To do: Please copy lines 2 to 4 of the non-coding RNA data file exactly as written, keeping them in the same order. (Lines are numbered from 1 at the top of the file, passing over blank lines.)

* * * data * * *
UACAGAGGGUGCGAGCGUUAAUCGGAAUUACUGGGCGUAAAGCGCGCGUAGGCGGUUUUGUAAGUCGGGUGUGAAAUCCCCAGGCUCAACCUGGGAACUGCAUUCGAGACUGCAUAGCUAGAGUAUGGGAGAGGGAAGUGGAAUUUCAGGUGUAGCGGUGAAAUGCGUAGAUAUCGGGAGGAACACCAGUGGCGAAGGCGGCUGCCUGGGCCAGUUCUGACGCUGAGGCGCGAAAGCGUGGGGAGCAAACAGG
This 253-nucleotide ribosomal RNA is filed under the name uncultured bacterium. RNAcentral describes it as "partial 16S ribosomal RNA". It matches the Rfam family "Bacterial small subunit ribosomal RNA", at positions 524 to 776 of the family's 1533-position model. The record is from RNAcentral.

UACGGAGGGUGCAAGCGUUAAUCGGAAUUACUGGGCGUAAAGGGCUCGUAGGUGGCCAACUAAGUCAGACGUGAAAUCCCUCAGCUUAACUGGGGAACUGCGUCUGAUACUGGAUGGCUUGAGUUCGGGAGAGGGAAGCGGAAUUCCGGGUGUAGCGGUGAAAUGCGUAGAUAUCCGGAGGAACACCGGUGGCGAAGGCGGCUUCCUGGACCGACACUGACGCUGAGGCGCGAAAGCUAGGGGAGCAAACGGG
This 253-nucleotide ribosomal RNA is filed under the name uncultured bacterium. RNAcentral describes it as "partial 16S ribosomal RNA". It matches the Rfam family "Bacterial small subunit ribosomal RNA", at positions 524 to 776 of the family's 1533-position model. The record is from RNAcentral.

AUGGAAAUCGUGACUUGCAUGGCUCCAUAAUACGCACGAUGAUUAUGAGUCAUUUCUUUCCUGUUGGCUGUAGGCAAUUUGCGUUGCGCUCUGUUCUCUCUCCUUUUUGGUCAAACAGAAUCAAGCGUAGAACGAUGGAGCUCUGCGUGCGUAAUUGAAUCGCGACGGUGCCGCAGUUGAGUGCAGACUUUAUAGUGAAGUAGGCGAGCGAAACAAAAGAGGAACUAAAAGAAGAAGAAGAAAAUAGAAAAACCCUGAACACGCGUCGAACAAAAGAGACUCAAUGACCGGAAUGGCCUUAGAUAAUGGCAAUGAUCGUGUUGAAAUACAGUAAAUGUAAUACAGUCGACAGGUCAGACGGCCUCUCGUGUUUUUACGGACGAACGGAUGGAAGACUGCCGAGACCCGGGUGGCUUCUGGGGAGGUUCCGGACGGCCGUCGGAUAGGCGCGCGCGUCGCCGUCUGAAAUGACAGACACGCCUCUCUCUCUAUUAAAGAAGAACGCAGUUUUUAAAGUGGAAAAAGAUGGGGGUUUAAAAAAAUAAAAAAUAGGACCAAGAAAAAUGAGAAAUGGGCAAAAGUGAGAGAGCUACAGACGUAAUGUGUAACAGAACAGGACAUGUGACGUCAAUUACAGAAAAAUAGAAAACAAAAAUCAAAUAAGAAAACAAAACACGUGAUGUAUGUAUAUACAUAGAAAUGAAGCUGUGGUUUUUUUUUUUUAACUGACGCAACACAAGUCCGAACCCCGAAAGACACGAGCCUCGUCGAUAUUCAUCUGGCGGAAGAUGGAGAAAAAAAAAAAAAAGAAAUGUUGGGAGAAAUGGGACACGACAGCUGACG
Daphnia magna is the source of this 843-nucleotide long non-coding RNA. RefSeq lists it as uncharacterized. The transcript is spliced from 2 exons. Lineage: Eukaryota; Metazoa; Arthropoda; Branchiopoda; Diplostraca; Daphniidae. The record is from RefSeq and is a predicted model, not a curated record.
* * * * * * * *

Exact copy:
This 253-nucleotide ribosomal RNA is filed under the name uncultured bacterium. RNAcentral describes it as "partial 16S ribosomal RNA". It matches the Rfam family "Bacterial small subunit ribosomal RNA", at positions 524 to 776 of the family's 1533-position model. The record is from RNAcentral.

UACGGAGGGUGCAAGCGUUAAUCGGAAUUACUGGGCGUAAAGGGCUCGUAGGUGGCCAACUAAGUCAGACGUGAAAUCCCUCAGCUUAACUGGGGAACUGCGUCUGAUACUGGAUGGCUUGAGUUCGGGAGAGGGAAGCGGAAUUCCGGGUGUAGCGGUGAAAUGCGUAGAUAUCCGGAGGAACACCGGUGGCGAAGGCGGCUUCCUGGACCGACACUGACGCUGAGGCGCGAAAGCUAGGGGAGCAAACGGG
This 253-nucleotide ribosomal RNA is filed under the name uncultured bacterium. RNAcentral describes it as "partial 16S ribosomal RNA". It matches the Rfam family "Bacterial small subunit ribosomal RNA", at positions 524 to 776 of the family's 1533-position model. The record is from RNAcentral.